Last winter I succumbed–I developed problems which I think are called cancer-phobia. The fear of getting cancer. People say it happens to hospice volunteers. I had panic attacks, I would wake up at night from simple colic and wouldn’t be able to fall asleep again, thinking terrible thoughts. Then I’d frantically pace down the corridor, pinch and prod myself everywhere, and cry. I found it hard to breathe, I inhaled air as if oxygen were shut off. I was shaking, and I was finding symptoms of every disease imaginable. If I had an unexpected bruise, which is normal since I’m active in sports so I don’t always notice being hit, I started to wonder. I couldn’t do normal things–writing, reading, having a conversation. I remember how we got acquainted with Nina in a hospice who had a lump on her hand which then grew and consumed the hand, which was amputated, and then the rest of her. We got acquainted, and several days later she died in pain. This lump remained in my head–an ordinary lump which killed a human being.
This is one of the most difficult problems we encountered in the course of our aid effort. We’ve buried many of the people we care for in the last three and a half years, which is very hard on us–you are helping people for years, knowing they have no chance. One has to look them in the eye, after all. And it’s difficult to do, knowing they have little time left. It’s difficult to pretend that next year they’ll watch their child pass exams, it’s difficult to ask how they are doing. It’s difficult to watch women lose their minds, knowing their children will be completely alone, without fathers and relatives.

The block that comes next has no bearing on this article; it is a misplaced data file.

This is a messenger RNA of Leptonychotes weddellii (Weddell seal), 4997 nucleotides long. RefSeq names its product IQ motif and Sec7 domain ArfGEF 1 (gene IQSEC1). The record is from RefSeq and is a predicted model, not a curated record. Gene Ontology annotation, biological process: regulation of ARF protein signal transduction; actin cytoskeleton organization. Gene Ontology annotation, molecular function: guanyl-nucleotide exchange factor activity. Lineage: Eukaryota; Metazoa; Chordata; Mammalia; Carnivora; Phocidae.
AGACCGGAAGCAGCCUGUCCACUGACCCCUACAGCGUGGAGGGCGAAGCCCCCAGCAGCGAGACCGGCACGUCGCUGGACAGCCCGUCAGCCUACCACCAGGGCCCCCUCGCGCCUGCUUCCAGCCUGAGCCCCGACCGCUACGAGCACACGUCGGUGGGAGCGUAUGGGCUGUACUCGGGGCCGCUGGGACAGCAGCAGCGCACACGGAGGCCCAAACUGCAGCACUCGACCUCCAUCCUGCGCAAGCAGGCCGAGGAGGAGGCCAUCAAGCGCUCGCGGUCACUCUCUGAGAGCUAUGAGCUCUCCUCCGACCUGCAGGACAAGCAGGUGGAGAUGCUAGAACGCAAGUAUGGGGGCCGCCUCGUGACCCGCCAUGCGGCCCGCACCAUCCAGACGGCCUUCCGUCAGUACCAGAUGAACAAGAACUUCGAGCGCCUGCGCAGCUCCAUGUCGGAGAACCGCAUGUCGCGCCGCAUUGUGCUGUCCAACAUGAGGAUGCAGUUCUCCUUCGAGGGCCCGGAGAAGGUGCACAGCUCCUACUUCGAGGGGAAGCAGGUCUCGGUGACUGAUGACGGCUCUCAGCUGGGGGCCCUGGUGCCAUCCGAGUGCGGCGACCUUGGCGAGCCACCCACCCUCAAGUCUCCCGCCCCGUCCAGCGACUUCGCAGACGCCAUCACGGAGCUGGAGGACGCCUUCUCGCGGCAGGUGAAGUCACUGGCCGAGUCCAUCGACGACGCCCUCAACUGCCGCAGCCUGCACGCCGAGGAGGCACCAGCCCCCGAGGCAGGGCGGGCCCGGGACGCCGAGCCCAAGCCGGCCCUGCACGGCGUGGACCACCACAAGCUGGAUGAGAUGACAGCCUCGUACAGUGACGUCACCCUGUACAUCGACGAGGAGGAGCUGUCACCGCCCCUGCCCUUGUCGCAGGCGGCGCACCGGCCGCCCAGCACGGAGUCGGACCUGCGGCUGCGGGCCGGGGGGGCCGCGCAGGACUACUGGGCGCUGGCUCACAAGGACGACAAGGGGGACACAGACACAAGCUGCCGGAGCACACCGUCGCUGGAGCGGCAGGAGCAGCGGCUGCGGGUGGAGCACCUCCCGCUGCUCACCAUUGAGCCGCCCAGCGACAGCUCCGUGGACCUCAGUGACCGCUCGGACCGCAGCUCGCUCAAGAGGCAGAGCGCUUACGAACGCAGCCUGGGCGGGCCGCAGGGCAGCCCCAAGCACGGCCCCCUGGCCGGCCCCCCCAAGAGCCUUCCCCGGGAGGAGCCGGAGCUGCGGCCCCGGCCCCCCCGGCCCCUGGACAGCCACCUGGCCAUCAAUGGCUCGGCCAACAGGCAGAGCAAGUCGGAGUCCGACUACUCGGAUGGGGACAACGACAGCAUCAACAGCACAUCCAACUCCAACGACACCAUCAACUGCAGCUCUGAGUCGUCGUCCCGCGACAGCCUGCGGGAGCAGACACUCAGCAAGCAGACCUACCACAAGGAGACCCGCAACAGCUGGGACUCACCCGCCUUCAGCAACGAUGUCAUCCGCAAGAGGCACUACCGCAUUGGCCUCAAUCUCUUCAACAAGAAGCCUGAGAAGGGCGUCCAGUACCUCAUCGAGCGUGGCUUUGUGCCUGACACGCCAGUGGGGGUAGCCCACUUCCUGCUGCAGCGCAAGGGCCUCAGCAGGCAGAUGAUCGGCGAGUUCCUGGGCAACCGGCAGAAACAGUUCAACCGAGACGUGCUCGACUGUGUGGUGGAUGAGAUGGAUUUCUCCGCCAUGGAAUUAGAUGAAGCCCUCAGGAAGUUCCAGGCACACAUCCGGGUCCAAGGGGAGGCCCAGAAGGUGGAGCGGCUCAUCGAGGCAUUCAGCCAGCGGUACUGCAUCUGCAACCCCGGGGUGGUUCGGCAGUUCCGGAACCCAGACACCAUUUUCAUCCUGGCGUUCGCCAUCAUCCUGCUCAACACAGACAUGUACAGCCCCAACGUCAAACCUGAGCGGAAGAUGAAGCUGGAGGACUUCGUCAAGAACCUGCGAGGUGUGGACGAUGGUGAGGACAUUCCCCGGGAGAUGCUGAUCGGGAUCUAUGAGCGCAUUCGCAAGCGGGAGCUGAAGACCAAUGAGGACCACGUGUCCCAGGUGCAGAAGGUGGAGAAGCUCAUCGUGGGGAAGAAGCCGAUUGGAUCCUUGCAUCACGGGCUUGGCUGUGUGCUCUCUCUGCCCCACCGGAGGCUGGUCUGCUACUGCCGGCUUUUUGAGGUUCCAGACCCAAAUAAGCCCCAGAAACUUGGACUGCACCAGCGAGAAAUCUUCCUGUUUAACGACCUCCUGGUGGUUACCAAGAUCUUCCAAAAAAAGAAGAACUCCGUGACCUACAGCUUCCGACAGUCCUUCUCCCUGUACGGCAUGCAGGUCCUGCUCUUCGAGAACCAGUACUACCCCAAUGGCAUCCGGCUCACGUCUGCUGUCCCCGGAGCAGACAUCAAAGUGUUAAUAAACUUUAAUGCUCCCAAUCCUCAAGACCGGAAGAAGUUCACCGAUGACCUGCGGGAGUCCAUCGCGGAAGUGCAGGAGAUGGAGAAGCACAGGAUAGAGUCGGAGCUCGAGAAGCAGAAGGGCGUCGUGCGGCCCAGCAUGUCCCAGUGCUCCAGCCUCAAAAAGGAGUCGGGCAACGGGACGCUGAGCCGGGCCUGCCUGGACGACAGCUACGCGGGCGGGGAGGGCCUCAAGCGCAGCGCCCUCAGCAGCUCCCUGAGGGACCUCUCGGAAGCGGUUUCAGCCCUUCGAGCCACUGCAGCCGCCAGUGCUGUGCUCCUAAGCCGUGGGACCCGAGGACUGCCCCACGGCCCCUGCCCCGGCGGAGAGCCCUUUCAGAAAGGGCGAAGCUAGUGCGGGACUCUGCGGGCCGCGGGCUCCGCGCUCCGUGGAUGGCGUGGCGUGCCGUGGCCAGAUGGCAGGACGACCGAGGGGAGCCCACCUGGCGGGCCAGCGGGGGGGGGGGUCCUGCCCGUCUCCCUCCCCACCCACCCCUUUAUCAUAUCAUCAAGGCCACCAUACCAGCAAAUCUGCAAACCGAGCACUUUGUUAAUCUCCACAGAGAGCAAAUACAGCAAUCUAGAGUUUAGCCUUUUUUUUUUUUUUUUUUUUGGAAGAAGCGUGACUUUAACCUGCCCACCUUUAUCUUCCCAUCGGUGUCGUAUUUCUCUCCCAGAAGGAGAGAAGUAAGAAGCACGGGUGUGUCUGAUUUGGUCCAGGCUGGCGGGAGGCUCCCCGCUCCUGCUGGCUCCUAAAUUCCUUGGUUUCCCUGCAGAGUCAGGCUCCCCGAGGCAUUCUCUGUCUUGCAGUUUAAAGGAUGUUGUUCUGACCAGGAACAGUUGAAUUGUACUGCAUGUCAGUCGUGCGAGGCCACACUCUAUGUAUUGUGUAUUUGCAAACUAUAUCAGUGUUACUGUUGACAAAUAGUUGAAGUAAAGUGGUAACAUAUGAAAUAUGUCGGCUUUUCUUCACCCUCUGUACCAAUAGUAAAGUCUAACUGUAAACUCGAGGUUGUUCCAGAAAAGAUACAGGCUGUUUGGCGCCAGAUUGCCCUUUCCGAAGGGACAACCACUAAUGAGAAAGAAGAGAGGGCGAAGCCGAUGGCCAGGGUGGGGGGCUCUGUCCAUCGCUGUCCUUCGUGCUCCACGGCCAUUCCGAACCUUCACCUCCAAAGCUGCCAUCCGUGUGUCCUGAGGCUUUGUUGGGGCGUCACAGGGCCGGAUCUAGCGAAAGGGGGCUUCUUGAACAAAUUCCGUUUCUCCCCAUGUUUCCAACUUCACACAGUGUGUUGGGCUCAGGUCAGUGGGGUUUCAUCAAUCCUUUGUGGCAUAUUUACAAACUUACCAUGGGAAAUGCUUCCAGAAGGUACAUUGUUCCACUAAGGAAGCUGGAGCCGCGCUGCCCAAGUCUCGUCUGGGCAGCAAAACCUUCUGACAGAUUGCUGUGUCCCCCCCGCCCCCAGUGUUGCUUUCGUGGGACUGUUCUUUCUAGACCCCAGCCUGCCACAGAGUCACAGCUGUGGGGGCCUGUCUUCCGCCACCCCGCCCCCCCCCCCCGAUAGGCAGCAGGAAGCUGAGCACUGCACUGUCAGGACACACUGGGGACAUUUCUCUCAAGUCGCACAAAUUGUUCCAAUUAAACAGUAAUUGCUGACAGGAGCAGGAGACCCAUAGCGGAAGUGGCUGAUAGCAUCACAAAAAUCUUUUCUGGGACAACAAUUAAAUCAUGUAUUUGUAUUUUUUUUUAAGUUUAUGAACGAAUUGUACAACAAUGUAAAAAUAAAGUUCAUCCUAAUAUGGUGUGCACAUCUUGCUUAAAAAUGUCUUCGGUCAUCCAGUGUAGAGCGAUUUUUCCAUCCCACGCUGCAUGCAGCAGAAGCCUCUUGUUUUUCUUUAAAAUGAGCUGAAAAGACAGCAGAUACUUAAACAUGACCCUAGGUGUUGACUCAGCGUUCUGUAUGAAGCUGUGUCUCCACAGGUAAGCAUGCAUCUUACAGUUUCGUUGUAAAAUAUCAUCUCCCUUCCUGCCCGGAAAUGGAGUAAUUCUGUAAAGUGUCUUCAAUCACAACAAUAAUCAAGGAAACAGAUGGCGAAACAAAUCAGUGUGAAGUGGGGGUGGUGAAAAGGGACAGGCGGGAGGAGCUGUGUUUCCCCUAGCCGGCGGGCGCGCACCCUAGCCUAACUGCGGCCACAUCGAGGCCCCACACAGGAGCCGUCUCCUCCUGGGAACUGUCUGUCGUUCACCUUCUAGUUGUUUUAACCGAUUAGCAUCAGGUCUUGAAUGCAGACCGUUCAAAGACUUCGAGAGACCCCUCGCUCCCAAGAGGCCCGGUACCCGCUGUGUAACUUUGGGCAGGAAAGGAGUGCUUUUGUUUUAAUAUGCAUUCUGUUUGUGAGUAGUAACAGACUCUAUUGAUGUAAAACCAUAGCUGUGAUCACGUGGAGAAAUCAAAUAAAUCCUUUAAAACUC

Lilya got cancer right before the war, and instead of getting treatment she was hiding in cellars from shells. Her house was in Lugansk, in the part that was heavily shelled. Lilya lost precious time, she had advanced cancer and the doctors gave her a month to live. But she needed some observation. Moreover, the family could not afford anything.
Lilya lives alone with her son, she can’t walk or take care of herself. She requires medications, diapers. There’s nobody to wash them, and one also has to eat and there’s no money for that either. The son is growing, he too needs assistance. He lived through the shelling, now his mother is wasting away. He’s in a rehab center where psychiatrists are working with him, he’s studying, but…
We got Lilya into a cancer hospice and she spent 4 months there, against all rules. Usually people there can stay for up to a month.
She was sent home, and we talking to a neighbor who was paid to help her, for about a moth and a half. Then she too gave up. “It’s very hard, psychologically, I can’t go on.” I understand her perfectly.
Our friends continually bring Lilya what she needs, all thanks to your help. The photos show our work over the course of several months.
Then we got in touch with a hospice in Novosvetlovka which admitted her. Not a cancer hospice, though, so it doesn’t have the necessary medications.
Zhenya writes: “They gave her a nice room, two beds, opposite of the desk. Easy to call the nurse. But…There’s no cell service, no TV service. We’ve tried to set up the antenna for two hourse, no success.”